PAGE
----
The Rev. Dr. J. Herbert Nelson

The Rev. Dr. J. Herbert NelsonThe Rev. Dr. J. Herbert Nelson

Director of the Presbyterian Church (U.S.A.) Office of Public Witness (OPW) in Washington, DC

  1. What is the most exciting book you have read in the last year? What did you find so interesting or compelling?

    James Calvin Davis, In Defense of Civility. Davis outlines the need to understand public engagement on political issues from a perspective of the framers of the Constitution of the United States. He then approaches ten tough issues before our society that have moral and ethical implications through a politically balanced lens. His work represents an effort to demonstrate a model for approaching issue-based discussions.

  2. What in your view is the greatest challenge facing people of faith today?

    We are facing an intense struggle between models of Church/institutional success versus faithful discipleship. Pastoral and lay identity is often defined by a success model of growing congregations which embraces the command to baptized persons into the faith. However, we are lacking in our effort to encourage “making disciples” who are willing to speak truth to power in love. In short, the prophetic voice of the Church must find new meaning in this present hour.  

  3. Of all the figures in the Bible, with whom would you wish to spend a day?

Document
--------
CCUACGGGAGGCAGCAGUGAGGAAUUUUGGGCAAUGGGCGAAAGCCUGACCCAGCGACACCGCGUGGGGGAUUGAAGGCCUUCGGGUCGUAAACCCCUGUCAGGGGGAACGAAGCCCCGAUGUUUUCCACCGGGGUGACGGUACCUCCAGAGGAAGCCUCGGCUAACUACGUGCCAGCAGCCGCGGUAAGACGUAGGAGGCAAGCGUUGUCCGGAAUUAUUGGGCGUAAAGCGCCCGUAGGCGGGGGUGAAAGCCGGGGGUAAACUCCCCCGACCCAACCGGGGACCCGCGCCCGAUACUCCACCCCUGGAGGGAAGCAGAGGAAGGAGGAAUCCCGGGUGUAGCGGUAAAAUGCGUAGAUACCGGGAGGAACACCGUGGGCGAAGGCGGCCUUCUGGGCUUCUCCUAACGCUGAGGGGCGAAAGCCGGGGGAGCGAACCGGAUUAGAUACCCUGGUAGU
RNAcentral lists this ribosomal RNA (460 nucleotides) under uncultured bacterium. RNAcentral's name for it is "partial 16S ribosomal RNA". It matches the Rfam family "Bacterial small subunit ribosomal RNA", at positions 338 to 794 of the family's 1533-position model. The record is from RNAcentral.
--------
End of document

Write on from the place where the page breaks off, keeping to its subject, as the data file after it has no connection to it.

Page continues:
4. Before your move to the Office of Public Witness for the Presbyterian Church (U.S.A.), you led a church in North Carolina and grew the Memphis church, Liberation Community Presbyterian Church (U.S.A.). What parts of parish ministry do you miss the most?

    I miss the weekly engagement with parishioners and on-going relationships with their lives. It is good to watch the development of children as they grow from infancy to adulthood and know the role that I played as a Pastor in their development.

  5. What is your source of inspiration for the very challenging work you do? When you become discouraged, how do you recover your passion and commitment?

    I seek strength through prayer, family and recognizing that my work belongs to the Lord. On a practical level, I listen to jazz, spend time in the gym and enjoy travel with family.      

  6. What question do you wish we would ask you?

    What was the impact of serving a congregation in Memphis for 12 years.? Our work in ministry evangelized and embraced the poor. I was transformed by the love offered in a congregational context that lacked financial resources, but possessed a tremendous courage and love for its people and the communities that it served. Liberation Community Presbyterian Church provided me with both a training ground and communal nurture through our justice work together. Much of the work I do each day in Washington, DC and around the country has a direct correlation to the ministry that I was blessed to share at Liberation Community.